My minimalist workflow on Kemper Amps

I've always tried to challenge myself, to restrict myself to just the few basic things that I need rather than bringing out a giant pedalboard full of stuff I might only use once or twice in ten songs. When it comes to guitar, I've been a minimalist longer than I've even realized.

Sure, there have been times when I've carried a board much larger than needed, but I always come back to five basic ingredients: Soft compression, a Tube Screamer, short digital delay, long analog delay, short reverb. I can conquer the world with five pedals.

For a year or so, I left the big pedalboard at home and just carried two guitars, a compressor, Tube Screamer, DD-5, and RV-5 in the Mono Dual and Tick on my back, with an amp in one hand and coffee in the other. On my way to church.

As simple as I like to keep it, some of you who have read my blog for awhile might be thinking I'm a total hypocrite. That's because in the last three years, I've owned and sold eight amps. Eight amps in three years. I'm insane.

That's the thing about being an indecisive person. I don't know whether I like a big board or small best, whether I like a Strat or Tele best, whether I preferred my Matchless over my vintage Fender amps more. I can tell you what qualities in each that I've loved, but you'd be so cruel to make me pick any one over the other.

Enter the Kemper Profiling Amp. The Kemper is my vintage '66 Fender Super without needing maintenance. It's my old college Dr. Z Maz 18 when I'm feeling nostalgic. It's my Matchless cranked to levels no church lady would ever allow before. At the flip of a switch I can have any amp I've ever loved.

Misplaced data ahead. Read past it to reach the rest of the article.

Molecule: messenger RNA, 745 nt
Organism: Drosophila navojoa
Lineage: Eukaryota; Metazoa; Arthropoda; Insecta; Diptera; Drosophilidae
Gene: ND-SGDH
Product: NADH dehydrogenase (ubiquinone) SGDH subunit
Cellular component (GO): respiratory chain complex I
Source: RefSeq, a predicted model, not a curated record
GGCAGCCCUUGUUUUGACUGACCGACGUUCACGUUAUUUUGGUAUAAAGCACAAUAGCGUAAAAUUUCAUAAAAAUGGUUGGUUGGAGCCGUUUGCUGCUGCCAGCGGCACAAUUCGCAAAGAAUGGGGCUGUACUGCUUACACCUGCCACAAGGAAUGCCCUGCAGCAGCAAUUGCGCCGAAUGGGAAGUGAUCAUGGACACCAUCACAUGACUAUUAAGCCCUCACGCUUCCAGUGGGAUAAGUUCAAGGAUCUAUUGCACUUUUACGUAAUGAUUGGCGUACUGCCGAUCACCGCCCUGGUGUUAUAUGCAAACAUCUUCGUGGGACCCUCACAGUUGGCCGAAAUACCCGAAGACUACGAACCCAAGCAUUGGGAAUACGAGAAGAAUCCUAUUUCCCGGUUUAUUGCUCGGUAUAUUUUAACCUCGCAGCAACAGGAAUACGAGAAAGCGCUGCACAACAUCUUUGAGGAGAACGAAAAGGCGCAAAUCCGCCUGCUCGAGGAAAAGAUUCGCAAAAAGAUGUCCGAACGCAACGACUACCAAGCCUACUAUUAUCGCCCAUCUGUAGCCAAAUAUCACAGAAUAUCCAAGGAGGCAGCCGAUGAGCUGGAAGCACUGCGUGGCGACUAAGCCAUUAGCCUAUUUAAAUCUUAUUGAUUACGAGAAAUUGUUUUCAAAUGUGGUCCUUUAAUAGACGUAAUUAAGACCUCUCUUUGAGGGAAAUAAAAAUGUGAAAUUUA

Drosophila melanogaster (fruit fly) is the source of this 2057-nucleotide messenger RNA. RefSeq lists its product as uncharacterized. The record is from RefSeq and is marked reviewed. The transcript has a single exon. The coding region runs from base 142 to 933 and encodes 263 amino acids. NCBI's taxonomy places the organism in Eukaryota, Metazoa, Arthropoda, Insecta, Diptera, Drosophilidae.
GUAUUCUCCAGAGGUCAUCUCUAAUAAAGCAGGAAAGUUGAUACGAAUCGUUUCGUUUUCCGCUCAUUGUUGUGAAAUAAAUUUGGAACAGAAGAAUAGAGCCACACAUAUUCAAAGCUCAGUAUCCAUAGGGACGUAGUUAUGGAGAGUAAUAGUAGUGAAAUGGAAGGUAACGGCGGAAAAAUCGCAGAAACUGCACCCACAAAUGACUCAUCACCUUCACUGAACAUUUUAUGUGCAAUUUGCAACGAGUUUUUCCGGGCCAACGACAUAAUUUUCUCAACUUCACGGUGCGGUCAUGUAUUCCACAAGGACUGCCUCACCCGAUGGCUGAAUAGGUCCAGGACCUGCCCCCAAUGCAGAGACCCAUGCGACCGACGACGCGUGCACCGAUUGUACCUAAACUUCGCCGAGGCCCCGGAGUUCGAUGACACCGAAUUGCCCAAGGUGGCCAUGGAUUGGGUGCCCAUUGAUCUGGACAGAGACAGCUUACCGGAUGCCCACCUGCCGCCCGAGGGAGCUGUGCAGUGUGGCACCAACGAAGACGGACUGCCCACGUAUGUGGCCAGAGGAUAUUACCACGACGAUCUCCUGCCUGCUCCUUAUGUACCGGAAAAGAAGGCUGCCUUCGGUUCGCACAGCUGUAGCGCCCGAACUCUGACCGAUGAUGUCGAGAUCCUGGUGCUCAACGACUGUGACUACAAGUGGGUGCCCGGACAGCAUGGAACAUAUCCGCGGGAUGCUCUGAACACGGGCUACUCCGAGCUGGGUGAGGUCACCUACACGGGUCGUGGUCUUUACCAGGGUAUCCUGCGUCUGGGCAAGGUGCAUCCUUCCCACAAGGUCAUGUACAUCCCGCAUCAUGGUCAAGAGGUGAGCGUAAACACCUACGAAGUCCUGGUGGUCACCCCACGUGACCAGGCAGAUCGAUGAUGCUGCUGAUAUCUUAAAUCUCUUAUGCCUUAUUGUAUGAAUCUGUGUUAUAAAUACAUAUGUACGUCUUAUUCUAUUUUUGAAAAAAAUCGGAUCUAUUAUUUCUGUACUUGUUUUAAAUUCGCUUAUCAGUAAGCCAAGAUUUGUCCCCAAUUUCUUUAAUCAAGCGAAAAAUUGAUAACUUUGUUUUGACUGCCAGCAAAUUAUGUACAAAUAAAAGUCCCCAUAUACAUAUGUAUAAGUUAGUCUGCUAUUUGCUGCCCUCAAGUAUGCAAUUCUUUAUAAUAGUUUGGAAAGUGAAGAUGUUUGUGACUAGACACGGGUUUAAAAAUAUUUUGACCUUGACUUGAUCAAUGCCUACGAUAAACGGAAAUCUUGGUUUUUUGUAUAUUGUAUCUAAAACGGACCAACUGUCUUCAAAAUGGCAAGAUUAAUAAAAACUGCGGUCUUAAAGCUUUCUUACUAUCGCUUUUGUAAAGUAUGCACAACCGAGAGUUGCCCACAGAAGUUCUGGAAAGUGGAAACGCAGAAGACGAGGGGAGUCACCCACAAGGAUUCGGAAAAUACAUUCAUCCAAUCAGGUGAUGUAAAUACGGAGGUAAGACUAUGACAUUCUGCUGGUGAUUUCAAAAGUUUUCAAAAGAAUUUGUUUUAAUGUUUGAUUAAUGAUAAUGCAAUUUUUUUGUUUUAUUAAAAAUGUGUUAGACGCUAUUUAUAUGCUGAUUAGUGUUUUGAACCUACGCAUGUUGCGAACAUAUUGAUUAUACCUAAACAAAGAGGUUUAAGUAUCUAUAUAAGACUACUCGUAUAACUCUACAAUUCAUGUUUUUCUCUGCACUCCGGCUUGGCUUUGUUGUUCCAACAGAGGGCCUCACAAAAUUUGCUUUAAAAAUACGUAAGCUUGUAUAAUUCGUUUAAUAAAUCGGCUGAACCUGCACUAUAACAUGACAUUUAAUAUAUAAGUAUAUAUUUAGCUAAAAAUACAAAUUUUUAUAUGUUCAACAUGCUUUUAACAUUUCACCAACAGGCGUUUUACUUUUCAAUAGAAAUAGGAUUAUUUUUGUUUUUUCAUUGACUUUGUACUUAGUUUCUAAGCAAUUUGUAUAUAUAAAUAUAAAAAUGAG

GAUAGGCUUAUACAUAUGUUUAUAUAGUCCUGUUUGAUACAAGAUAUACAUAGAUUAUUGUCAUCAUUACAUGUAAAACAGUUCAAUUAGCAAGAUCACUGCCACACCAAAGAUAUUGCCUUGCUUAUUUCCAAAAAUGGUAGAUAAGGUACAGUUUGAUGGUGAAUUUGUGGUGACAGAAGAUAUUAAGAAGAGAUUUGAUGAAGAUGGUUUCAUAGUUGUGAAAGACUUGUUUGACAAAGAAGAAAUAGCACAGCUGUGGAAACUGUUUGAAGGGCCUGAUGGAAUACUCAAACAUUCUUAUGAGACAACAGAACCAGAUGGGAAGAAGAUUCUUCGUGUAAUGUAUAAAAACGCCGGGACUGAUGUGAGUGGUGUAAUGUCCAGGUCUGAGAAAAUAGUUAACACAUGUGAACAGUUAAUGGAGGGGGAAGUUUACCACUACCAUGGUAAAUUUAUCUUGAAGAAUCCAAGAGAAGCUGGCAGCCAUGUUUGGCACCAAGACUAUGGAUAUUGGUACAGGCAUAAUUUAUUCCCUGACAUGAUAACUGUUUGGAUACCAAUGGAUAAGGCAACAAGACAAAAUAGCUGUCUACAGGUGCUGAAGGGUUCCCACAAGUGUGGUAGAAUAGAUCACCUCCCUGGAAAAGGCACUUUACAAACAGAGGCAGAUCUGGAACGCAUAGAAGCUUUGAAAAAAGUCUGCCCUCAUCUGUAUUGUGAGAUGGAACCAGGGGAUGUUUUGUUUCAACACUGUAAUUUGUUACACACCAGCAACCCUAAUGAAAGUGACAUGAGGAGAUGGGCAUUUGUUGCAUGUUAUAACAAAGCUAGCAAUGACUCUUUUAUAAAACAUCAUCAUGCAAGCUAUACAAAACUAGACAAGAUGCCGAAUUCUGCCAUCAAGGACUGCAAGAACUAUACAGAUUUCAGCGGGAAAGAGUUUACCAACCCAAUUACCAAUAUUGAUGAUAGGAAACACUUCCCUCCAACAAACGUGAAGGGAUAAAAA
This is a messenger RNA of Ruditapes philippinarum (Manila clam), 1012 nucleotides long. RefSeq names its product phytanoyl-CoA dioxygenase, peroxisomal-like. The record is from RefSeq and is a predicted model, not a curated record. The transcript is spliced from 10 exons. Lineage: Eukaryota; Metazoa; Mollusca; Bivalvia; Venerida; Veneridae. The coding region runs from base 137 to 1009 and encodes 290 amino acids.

To add, the Kemper Remote effectively gives me a Pedaltrain Nano stocked with effects on the roman numeral switches. On my Kemper Remote, I can have five patches per bank (called performances), and up to eight effects on each patch.

Each song can be a separate performance so that all I've got to do is bank up to the next song to have my patches for each section of the song. For instance, I can bank up from 'Ever Be' to 'Relentless' and suddenly I've got five new amp sounds with as many as 40 pedals.

It's like having five different amps and five different Pedaltrain Nanos for each song. As cool as all that capability is, that's not how I'm using my Kemper. Let me explain my workflow and how the Kemper is perfect for the minimalist.

On my Kemper Remote, switches 1 – 3 in each performance are my rhythm guitar sounds in varying levels of gain. Patch 1 is dead clean. Patch 2 is lightly driven. Patch 3 is medium gain, about as heavy as I care to get for church. I'm using a profile of a buddy's Chieftain with my Klon and his vintage Tube Screamer in front of it.

That's another cool thing about the Kemper: You can profile pedals in line with the amp to capture their sound with the amp. So my overdrive sounds can be part of my five primary switches. Clean rhythm 1, rhythm 2 (Chieftain/Klon), rhythm 3 (Chieftain/Tube Screamer).

The footswitches on the Kemper Remote's top row are labeled in roman numerals, "I-II-III-IV." Those are your effects. You could program in a compressor, a boost, a modulation effect, and a reverb (that is how I have my clean Patch 1 set up).